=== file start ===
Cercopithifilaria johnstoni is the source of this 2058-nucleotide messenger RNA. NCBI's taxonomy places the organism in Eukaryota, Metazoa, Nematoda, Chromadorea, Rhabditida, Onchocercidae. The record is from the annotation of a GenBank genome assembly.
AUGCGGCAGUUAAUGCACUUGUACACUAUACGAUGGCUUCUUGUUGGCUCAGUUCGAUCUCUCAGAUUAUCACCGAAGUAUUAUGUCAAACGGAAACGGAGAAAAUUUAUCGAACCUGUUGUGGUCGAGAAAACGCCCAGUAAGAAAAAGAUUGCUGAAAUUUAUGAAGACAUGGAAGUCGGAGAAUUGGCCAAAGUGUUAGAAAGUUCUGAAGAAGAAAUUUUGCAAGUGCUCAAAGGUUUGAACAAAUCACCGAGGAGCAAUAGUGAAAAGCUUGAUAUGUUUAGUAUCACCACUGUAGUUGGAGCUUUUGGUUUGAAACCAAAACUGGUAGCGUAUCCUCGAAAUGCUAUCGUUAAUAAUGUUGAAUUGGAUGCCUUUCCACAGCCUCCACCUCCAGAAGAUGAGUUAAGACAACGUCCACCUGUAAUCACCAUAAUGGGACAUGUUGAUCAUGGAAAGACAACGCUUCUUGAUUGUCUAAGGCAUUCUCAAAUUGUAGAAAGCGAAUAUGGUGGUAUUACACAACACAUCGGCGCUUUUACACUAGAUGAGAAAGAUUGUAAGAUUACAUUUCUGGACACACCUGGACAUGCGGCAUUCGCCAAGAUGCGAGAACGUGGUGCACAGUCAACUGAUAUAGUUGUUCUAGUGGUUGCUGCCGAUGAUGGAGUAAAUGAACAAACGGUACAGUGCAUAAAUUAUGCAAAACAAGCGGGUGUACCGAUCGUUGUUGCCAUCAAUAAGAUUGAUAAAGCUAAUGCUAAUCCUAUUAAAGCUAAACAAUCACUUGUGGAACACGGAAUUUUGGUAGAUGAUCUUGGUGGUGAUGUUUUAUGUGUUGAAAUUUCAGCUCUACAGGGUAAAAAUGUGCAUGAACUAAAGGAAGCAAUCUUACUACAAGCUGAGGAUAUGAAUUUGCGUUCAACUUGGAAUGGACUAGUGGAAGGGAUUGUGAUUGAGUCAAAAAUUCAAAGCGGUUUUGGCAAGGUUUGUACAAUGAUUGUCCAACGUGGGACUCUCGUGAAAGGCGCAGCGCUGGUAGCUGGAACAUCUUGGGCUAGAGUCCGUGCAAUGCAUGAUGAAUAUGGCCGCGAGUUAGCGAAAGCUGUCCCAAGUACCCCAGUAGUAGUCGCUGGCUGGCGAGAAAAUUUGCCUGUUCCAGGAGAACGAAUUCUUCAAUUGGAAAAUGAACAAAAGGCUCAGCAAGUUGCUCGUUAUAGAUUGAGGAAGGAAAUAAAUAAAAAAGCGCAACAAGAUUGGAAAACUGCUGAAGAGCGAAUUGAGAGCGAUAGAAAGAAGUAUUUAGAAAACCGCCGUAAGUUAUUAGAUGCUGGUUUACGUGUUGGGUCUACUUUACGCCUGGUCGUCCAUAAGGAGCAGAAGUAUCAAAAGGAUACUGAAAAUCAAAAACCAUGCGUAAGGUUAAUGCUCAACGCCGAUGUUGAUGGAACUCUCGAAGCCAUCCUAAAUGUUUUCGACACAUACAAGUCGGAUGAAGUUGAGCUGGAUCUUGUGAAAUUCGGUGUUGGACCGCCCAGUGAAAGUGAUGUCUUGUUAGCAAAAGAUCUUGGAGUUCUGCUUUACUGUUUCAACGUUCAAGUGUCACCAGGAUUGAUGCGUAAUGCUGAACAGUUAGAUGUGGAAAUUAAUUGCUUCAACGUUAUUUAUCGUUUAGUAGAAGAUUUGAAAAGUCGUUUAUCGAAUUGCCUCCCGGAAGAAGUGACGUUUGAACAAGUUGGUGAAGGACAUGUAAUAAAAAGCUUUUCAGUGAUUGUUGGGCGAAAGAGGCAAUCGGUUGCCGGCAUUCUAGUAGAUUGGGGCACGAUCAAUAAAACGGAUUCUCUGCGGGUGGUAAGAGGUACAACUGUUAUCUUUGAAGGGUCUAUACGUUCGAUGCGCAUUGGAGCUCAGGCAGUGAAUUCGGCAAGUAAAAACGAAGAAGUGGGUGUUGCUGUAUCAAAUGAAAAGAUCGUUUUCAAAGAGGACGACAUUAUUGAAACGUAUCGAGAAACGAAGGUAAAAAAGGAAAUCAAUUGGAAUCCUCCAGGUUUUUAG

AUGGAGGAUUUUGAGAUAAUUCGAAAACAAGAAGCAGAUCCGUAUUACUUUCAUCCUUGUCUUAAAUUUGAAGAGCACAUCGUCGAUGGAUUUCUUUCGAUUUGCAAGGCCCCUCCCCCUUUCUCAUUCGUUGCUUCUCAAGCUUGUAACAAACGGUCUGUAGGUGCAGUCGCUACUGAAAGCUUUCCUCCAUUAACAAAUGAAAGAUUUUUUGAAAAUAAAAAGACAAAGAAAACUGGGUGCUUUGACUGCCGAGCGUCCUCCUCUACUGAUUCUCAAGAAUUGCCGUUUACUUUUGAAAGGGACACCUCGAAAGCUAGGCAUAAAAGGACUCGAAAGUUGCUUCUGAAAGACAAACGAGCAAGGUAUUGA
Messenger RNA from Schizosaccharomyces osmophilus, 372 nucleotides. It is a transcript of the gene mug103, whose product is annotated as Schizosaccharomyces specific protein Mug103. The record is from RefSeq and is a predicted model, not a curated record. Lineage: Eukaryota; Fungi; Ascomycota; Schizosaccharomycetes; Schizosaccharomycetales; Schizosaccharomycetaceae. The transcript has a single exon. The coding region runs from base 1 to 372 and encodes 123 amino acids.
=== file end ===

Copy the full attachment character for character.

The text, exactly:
Cercopithifilaria johnstoni is the source of this 2058-nucleotide messenger RNA. NCBI's taxonomy places the organism in Eukaryota, Metazoa, Nematoda, Chromadorea, Rhabditida, Onchocercidae. The record is from the annotation of a GenBank genome assembly.
AUGCGGCAGUUAAUGCACUUGUACACUAUACGAUGGCUUCUUGUUGGCUCAGUUCGAUCUCUCAGAUUAUCACCGAAGUAUUAUGUCAAACGGAAACGGAGAAAAUUUAUCGAACCUGUUGUGGUCGAGAAAACGCCCAGUAAGAAAAAGAUUGCUGAAAUUUAUGAAGACAUGGAAGUCGGAGAAUUGGCCAAAGUGUUAGAAAGUUCUGAAGAAGAAAUUUUGCAAGUGCUCAAAGGUUUGAACAAAUCACCGAGGAGCAAUAGUGAAAAGCUUGAUAUGUUUAGUAUCACCACUGUAGUUGGAGCUUUUGGUUUGAAACCAAAACUGGUAGCGUAUCCUCGAAAUGCUAUCGUUAAUAAUGUUGAAUUGGAUGCCUUUCCACAGCCUCCACCUCCAGAAGAUGAGUUAAGACAACGUCCACCUGUAAUCACCAUAAUGGGACAUGUUGAUCAUGGAAAGACAACGCUUCUUGAUUGUCUAAGGCAUUCUCAAAUUGUAGAAAGCGAAUAUGGUGGUAUUACACAACACAUCGGCGCUUUUACACUAGAUGAGAAAGAUUGUAAGAUUACAUUUCUGGACACACCUGGACAUGCGGCAUUCGCCAAGAUGCGAGAACGUGGUGCACAGUCAACUGAUAUAGUUGUUCUAGUGGUUGCUGCCGAUGAUGGAGUAAAUGAACAAACGGUACAGUGCAUAAAUUAUGCAAAACAAGCGGGUGUACCGAUCGUUGUUGCCAUCAAUAAGAUUGAUAAAGCUAAUGCUAAUCCUAUUAAAGCUAAACAAUCACUUGUGGAACACGGAAUUUUGGUAGAUGAUCUUGGUGGUGAUGUUUUAUGUGUUGAAAUUUCAGCUCUACAGGGUAAAAAUGUGCAUGAACUAAAGGAAGCAAUCUUACUACAAGCUGAGGAUAUGAAUUUGCGUUCAACUUGGAAUGGACUAGUGGAAGGGAUUGUGAUUGAGUCAAAAAUUCAAAGCGGUUUUGGCAAGGUUUGUACAAUGAUUGUCCAACGUGGGACUCUCGUGAAAGGCGCAGCGCUGGUAGCUGGAACAUCUUGGGCUAGAGUCCGUGCAAUGCAUGAUGAAUAUGGCCGCGAGUUAGCGAAAGCUGUCCCAAGUACCCCAGUAGUAGUCGCUGGCUGGCGAGAAAAUUUGCCUGUUCCAGGAGAACGAAUUCUUCAAUUGGAAAAUGAACAAAAGGCUCAGCAAGUUGCUCGUUAUAGAUUGAGGAAGGAAAUAAAUAAAAAAGCGCAACAAGAUUGGAAAACUGCUGAAGAGCGAAUUGAGAGCGAUAGAAAGAAGUAUUUAGAAAACCGCCGUAAGUUAUUAGAUGCUGGUUUACGUGUUGGGUCUACUUUACGCCUGGUCGUCCAUAAGGAGCAGAAGUAUCAAAAGGAUACUGAAAAUCAAAAACCAUGCGUAAGGUUAAUGCUCAACGCCGAUGUUGAUGGAACUCUCGAAGCCAUCCUAAAUGUUUUCGACACAUACAAGUCGGAUGAAGUUGAGCUGGAUCUUGUGAAAUUCGGUGUUGGACCGCCCAGUGAAAGUGAUGUCUUGUUAGCAAAAGAUCUUGGAGUUCUGCUUUACUGUUUCAACGUUCAAGUGUCACCAGGAUUGAUGCGUAAUGCUGAACAGUUAGAUGUGGAAAUUAAUUGCUUCAACGUUAUUUAUCGUUUAGUAGAAGAUUUGAAAAGUCGUUUAUCGAAUUGCCUCCCGGAAGAAGUGACGUUUGAACAAGUUGGUGAAGGACAUGUAAUAAAAAGCUUUUCAGUGAUUGUUGGGCGAAAGAGGCAAUCGGUUGCCGGCAUUCUAGUAGAUUGGGGCACGAUCAAUAAAACGGAUUCUCUGCGGGUGGUAAGAGGUACAACUGUUAUCUUUGAAGGGUCUAUACGUUCGAUGCGCAUUGGAGCUCAGGCAGUGAAUUCGGCAAGUAAAAACGAAGAAGUGGGUGUUGCUGUAUCAAAUGAAAAGAUCGUUUUCAAAGAGGACGACAUUAUUGAAACGUAUCGAGAAACGAAGGUAAAAAAGGAAAUCAAUUGGAAUCCUCCAGGUUUUUAG

AUGGAGGAUUUUGAGAUAAUUCGAAAACAAGAAGCAGAUCCGUAUUACUUUCAUCCUUGUCUUAAAUUUGAAGAGCACAUCGUCGAUGGAUUUCUUUCGAUUUGCAAGGCCCCUCCCCCUUUCUCAUUCGUUGCUUCUCAAGCUUGUAACAAACGGUCUGUAGGUGCAGUCGCUACUGAAAGCUUUCCUCCAUUAACAAAUGAAAGAUUUUUUGAAAAUAAAAAGACAAAGAAAACUGGGUGCUUUGACUGCCGAGCGUCCUCCUCUACUGAUUCUCAAGAAUUGCCGUUUACUUUUGAAAGGGACACCUCGAAAGCUAGGCAUAAAAGGACUCGAAAGUUGCUUCUGAAAGACAAACGAGCAAGGUAUUGA
Messenger RNA from Schizosaccharomyces osmophilus, 372 nucleotides. It is a transcript of the gene mug103, whose product is annotated as Schizosaccharomyces specific protein Mug103. The record is from RefSeq and is a predicted model, not a curated record. Lineage: Eukaryota; Fungi; Ascomycota; Schizosaccharomycetes; Schizosaccharomycetales; Schizosaccharomycetaceae. The transcript has a single exon. The coding region runs from base 1 to 372 and encodes 123 amino acids.